Your provider has ordered a test for you called a lumbar puncture (also known as a spinal tap). This handout explains what will happen before, during, and after the test. Your nurse will go over this sheet with you. Please ask questions. If you have questions or concerns after you go home, please call the numbers listed at the end of this handout.
Tell us if:
You are allergic to Novocaine or lidocaine.
You have had previous back surgery.
You take a medicine that is a blood thinner.
Lumbar Puncture/Spinal Tap
A lumbar puncture (spinal tap) involves placing a needle between the bones of the lower back into the space that surrounds the spinal nerves. The purpose is to test the fluid, known as cerebrospinal fluid or CSF, which flows around the spinal cord and brain. This fluid acts as a shock absorber for the central nervous system and your body will replace the fluid that is removed within a day. Tests on CSF can tell many things about your body.
You will be asked to lie down or sit for the test. You may lie on your side with your knees drawn up and your head bent down. Or you may sit on the edge of the bed while leaning onto a bedside table. The provider will tell you which position to take. You must remain as still as you can during the procedure.
The provider will decide where to insert the needle by feeling the spaces between the bones in your lower back. They will put on sterile gloves and clean your back. Once your back is clean, a sterile towel will be put over your back. Do not touch your back or the sterile towel.
You will get a shot to numb the site where the puncture will be. This is much like the dentist giving you Novocaine. The site will become numb in less than a minute. The needle will be inserted between the bones at this spot. You will feel pressure as the needle goes in. Let the provider or nurse know if you feel any pain.
Breathe deeply and slowly.
A special gauge may be attached to the needle to measure the fluid pressure. The CSF will drain into several tubes. The CSF will come out through the needle drop by drop, much like a dripping faucet. Once enough fluid has been taken, the needle will be removed. A band-aid will be placed over the site. The entire test will last about 30-60 minutes.
After the Test
You will need to lay flat for 1 hour in the clinic to reduce the chances of getting a headache. If you are outpatient, you will be in the Neurology Clinic. Please rest as much as possible when you return home.
You may lie on your side, back, or abdomen, but do not twist, turn, or bend or body, or lift your head for long periods of time.
Please bring a caffeinated beverage and a salty snack with you. You will be asked to drink the fluids and eat the snack after the test. These will help replace the CSF fluid that was taken for tests and prevent a headache.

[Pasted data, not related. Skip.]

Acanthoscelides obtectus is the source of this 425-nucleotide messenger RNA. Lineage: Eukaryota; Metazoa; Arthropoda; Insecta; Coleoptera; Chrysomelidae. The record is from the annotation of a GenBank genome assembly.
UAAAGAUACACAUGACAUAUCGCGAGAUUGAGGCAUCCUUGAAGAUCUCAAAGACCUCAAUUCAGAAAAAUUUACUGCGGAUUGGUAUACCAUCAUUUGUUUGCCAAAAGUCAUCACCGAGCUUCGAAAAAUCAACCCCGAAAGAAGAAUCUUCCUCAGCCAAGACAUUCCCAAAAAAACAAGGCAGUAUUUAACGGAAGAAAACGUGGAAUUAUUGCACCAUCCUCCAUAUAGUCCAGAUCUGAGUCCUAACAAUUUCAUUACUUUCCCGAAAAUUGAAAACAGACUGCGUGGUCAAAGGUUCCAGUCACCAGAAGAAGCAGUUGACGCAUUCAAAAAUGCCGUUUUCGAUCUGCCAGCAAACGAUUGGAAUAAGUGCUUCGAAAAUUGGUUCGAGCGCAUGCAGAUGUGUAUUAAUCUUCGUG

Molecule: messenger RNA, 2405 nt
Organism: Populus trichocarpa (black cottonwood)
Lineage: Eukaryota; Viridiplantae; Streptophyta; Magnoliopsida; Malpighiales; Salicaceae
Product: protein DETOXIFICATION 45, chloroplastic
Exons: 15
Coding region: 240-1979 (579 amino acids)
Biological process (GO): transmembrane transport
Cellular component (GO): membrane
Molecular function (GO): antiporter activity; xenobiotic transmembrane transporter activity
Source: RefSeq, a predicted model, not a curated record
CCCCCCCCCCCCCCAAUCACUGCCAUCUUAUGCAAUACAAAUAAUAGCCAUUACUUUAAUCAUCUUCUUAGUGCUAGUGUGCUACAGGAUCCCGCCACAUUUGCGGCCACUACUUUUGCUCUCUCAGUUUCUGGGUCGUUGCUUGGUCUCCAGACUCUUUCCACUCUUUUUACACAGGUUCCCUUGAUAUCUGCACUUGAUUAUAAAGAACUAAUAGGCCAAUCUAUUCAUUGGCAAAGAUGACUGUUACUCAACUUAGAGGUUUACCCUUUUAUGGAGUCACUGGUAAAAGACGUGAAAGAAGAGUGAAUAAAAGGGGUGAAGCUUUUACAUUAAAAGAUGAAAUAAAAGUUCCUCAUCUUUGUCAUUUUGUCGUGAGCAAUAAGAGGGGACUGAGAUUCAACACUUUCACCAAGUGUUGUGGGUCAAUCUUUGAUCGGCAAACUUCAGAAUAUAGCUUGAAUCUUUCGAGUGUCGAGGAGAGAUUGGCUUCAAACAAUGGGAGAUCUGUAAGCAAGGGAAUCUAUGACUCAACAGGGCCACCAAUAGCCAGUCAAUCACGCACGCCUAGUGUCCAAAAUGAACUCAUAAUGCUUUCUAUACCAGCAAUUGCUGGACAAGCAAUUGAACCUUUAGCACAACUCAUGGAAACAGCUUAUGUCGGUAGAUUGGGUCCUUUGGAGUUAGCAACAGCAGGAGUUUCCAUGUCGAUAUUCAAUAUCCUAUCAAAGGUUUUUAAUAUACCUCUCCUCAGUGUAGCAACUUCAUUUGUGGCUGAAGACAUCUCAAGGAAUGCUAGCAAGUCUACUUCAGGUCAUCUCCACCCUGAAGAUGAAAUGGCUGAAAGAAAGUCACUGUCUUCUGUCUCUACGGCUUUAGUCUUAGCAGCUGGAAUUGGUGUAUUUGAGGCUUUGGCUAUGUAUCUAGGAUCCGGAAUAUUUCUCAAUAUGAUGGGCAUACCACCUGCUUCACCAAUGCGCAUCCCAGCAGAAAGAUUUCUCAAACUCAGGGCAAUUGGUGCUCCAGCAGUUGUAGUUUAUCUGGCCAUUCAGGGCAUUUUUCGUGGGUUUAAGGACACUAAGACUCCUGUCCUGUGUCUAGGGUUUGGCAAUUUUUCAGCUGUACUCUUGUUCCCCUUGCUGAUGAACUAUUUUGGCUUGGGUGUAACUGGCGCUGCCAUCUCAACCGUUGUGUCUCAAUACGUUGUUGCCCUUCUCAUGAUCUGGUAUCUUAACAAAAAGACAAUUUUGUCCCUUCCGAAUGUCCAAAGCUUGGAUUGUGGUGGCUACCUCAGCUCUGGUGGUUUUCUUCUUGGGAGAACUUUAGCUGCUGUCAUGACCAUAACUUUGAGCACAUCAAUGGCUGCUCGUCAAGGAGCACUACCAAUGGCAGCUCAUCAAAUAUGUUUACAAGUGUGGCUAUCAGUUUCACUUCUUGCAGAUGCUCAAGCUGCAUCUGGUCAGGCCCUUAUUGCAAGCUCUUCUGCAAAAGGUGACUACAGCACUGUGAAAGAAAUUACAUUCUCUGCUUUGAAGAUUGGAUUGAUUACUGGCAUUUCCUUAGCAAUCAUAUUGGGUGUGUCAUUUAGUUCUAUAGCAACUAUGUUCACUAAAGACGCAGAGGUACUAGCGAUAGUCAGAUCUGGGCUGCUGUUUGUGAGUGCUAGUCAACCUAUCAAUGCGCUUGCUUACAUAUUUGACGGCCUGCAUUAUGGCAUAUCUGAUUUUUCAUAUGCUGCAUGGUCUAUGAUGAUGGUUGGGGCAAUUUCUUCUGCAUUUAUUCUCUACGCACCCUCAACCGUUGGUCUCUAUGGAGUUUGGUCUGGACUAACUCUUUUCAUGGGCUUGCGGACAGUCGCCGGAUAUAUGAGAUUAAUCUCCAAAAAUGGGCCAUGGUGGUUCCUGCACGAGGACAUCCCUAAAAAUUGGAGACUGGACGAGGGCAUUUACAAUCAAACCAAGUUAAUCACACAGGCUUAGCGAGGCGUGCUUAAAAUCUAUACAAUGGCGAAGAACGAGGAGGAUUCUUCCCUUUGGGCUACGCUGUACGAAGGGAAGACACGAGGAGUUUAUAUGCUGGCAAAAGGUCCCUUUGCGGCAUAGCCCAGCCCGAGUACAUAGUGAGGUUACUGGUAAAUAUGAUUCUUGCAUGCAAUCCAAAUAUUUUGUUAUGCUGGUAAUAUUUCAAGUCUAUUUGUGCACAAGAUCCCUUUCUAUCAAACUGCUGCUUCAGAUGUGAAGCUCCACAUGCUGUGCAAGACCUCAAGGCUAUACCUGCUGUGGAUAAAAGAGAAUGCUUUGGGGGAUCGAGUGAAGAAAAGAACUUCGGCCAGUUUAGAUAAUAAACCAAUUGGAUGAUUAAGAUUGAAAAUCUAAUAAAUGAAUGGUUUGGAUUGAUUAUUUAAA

A nurse will check the puncture site for redness or swelling.
Some of the risks include:
Pain – Patients may feel a poke as the provider inserts the needle into the back. We use medicine to numb or lessen the pain. Once the needle is in, the pain is often mild and goes away. If you feel pain into one buttock or down one leg, please let the provider doing the procedure know.
Headache – You may have a headache after the test. This would happen when sitting or standing and get when laying down. This will go away on its own but please let your nurse know if your headache is bad.
Bleeding – When the provider inserts the needle, there is a risk of bleeding at the site. If this happens, the bleeding is often light and stops on its own. Bleeding into the spinal canal is rare.
The length of time before you will have the results varies. Some results will be back in 1 to 2 days. Others may take weeks. Results will be sent directly to the doctor that ordered your test. Ask the provider or nurse if you are not sure.
Keep resting for the day. Do quiet things like reading, watching TV, etc.
Recline in bed or on a sofa, until the next morning.
Keep drinking plenty of fluids. Drinks with caffeine are fine and may help with any headache.
The morning after the test, you may take a bath or shower and remove the band-aid. You may also resume your normal routine.
You may take any over the counter pain killer (ibuprofen, Tylenol ®, naproxen) for any pain.
Normal activity can resume the next day.
When to Call
A severe headache that is not relieved aspirin or acetaminophen (Tylenol ®).
A stiff neck
Nausea or vomiting
Who to Call
If seen in Neurology Clinic, call:
After hours, this will give you the paging operator. Ask for the neurology resident on call. Leave your name and phone number with the area code. The doctor will call you back.
Toll- free- 1-800-323-8942 and ask for the correct extension above.